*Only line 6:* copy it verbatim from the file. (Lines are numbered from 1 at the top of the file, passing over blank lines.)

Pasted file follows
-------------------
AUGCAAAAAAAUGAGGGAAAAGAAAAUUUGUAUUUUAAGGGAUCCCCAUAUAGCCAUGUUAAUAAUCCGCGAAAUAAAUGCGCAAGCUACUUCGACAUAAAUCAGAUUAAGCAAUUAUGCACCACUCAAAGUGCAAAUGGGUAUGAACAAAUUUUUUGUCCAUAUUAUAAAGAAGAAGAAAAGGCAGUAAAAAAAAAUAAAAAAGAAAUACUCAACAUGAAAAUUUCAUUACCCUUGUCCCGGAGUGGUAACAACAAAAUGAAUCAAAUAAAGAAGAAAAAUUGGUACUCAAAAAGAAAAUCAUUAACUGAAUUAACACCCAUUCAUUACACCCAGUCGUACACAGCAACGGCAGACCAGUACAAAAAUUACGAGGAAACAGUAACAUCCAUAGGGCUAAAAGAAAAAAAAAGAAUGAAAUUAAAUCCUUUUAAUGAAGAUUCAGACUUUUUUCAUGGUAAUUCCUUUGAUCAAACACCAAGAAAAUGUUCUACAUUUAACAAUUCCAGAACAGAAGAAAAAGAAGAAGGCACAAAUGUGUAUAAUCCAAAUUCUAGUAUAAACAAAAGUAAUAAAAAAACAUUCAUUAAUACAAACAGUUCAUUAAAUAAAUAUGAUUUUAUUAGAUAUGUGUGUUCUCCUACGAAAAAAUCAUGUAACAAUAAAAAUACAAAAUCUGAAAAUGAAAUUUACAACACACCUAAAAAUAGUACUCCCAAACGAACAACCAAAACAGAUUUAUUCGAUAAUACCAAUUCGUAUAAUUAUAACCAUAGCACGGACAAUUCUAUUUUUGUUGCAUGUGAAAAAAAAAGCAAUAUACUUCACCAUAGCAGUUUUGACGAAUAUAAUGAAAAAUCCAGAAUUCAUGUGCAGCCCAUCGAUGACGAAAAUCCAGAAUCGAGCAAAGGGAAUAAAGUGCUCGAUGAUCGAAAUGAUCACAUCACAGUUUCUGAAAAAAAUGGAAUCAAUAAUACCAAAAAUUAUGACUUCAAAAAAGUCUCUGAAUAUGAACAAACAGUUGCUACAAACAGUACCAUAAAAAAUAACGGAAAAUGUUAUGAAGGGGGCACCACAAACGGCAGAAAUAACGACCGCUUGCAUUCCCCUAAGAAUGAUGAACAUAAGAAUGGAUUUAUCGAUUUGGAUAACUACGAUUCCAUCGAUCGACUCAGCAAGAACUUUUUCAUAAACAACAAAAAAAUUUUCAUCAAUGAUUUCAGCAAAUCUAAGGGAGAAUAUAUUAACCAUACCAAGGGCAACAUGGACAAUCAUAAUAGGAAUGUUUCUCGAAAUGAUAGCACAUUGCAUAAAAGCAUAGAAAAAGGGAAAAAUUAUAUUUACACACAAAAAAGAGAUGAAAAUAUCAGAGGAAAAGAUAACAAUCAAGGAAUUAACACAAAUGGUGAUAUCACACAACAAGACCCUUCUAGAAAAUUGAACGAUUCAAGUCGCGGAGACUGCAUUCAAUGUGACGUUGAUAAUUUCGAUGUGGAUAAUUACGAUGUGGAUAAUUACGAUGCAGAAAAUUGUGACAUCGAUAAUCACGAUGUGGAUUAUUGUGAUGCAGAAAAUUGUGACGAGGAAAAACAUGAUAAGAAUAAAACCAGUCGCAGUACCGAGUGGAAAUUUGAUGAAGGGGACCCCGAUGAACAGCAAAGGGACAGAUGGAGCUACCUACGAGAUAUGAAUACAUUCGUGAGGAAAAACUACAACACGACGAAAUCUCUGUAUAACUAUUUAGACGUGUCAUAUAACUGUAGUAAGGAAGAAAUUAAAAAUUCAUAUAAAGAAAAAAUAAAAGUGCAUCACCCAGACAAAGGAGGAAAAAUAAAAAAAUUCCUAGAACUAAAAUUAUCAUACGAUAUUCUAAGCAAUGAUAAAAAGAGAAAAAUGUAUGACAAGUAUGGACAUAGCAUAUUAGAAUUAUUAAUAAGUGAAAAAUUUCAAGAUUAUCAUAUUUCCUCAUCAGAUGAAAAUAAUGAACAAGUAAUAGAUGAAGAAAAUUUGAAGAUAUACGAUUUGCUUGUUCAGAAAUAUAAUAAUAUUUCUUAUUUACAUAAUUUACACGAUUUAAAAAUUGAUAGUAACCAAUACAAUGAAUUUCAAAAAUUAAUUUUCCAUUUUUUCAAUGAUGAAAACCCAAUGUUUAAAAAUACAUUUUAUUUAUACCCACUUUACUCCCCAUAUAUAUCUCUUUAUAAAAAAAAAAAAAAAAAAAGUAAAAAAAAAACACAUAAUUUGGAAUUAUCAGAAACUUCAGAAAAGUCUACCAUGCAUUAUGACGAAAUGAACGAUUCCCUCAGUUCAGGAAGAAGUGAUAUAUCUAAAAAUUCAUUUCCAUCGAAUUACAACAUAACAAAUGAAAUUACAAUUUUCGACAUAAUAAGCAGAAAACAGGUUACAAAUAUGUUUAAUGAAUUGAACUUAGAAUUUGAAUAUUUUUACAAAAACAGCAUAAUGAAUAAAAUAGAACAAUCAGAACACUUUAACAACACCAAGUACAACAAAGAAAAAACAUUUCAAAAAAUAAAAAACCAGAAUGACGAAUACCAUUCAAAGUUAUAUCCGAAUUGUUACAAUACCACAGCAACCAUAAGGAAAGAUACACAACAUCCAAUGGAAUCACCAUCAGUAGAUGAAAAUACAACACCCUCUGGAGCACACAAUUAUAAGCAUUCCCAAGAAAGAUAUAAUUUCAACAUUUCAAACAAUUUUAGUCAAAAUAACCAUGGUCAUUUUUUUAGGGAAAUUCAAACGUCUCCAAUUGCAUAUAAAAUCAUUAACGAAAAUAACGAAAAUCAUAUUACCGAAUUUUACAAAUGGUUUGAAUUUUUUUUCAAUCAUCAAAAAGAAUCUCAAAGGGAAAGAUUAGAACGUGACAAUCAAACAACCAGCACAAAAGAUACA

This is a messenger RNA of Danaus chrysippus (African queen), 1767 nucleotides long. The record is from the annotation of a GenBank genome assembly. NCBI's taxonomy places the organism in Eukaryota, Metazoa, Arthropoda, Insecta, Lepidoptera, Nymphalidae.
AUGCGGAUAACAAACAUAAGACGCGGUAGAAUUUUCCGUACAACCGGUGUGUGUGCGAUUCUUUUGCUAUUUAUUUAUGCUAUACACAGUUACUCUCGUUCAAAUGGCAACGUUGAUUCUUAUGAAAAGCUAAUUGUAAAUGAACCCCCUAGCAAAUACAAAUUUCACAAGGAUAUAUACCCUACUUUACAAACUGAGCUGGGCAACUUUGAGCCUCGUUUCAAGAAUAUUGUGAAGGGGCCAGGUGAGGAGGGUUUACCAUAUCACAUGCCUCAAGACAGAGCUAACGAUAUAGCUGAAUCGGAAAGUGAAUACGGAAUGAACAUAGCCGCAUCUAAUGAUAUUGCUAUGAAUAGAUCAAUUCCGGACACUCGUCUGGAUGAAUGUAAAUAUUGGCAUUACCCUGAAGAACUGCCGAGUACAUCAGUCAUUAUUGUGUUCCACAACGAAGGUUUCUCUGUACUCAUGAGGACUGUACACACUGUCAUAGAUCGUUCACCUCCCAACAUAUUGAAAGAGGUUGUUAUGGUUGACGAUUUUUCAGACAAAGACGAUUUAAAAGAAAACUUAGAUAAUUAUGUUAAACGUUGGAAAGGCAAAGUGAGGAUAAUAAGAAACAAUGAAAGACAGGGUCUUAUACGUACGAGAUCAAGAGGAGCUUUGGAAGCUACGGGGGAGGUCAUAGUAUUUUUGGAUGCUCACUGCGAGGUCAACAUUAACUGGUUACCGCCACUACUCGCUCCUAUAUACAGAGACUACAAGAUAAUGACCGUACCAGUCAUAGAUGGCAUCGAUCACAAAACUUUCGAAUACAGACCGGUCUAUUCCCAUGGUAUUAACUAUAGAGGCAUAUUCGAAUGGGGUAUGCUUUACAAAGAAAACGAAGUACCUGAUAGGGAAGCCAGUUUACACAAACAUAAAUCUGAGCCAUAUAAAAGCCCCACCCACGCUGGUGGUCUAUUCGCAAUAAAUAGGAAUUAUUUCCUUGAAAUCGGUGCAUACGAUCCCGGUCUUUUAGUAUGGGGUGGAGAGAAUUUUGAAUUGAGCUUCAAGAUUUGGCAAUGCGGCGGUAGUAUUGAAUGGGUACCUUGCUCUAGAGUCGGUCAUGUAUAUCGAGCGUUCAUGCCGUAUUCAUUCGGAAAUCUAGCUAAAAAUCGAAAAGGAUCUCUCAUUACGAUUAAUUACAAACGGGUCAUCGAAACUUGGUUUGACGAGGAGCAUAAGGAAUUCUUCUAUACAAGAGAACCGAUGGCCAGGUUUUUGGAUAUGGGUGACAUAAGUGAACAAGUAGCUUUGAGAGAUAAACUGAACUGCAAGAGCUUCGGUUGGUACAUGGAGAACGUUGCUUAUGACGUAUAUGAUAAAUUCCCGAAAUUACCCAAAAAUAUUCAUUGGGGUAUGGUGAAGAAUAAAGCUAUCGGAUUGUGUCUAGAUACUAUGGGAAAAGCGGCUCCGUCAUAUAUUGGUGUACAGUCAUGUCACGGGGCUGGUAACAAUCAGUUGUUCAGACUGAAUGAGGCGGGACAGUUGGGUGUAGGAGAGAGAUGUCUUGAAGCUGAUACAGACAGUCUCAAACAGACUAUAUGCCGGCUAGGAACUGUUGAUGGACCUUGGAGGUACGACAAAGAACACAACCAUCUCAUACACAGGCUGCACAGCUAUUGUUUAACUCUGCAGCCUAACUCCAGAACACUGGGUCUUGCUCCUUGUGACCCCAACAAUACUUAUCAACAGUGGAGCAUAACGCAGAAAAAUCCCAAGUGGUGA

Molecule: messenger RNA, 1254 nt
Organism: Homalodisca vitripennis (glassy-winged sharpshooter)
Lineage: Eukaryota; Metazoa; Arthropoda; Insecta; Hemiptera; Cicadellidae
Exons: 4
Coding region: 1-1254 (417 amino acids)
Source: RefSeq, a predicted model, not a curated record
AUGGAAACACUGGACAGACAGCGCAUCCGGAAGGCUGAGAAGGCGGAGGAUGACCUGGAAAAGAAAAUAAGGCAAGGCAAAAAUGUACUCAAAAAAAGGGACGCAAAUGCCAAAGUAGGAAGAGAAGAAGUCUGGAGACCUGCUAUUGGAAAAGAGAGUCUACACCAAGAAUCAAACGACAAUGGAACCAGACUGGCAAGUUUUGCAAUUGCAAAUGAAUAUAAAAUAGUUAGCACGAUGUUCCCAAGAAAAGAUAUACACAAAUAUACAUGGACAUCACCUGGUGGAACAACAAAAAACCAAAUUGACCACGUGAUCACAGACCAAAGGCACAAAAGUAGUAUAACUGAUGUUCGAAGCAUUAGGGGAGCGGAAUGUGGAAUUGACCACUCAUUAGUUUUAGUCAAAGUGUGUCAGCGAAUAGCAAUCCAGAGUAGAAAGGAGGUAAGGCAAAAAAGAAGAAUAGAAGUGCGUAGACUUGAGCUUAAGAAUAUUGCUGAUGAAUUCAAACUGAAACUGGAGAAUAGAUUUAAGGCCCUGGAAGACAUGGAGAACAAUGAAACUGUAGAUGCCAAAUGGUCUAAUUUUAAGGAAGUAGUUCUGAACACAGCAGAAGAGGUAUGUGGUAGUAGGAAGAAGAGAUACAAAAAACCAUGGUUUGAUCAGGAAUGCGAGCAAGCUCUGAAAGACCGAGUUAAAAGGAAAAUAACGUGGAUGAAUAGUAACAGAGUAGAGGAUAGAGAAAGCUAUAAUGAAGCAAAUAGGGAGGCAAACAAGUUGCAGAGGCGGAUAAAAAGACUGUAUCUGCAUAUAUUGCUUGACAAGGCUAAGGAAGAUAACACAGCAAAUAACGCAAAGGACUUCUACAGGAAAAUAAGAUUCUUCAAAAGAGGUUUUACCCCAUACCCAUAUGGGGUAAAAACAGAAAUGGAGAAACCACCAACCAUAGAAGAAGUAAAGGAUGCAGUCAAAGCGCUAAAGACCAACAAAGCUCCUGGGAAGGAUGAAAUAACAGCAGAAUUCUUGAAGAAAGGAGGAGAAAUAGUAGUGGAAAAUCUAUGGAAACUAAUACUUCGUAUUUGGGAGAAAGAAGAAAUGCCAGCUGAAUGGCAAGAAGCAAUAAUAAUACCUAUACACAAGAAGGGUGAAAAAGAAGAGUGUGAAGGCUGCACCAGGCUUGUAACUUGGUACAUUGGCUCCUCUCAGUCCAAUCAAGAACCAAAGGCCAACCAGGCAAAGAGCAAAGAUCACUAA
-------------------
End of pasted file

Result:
Lineage: Eukaryota; Metazoa; Arthropoda; Insecta; Hemiptera; Cicadellidae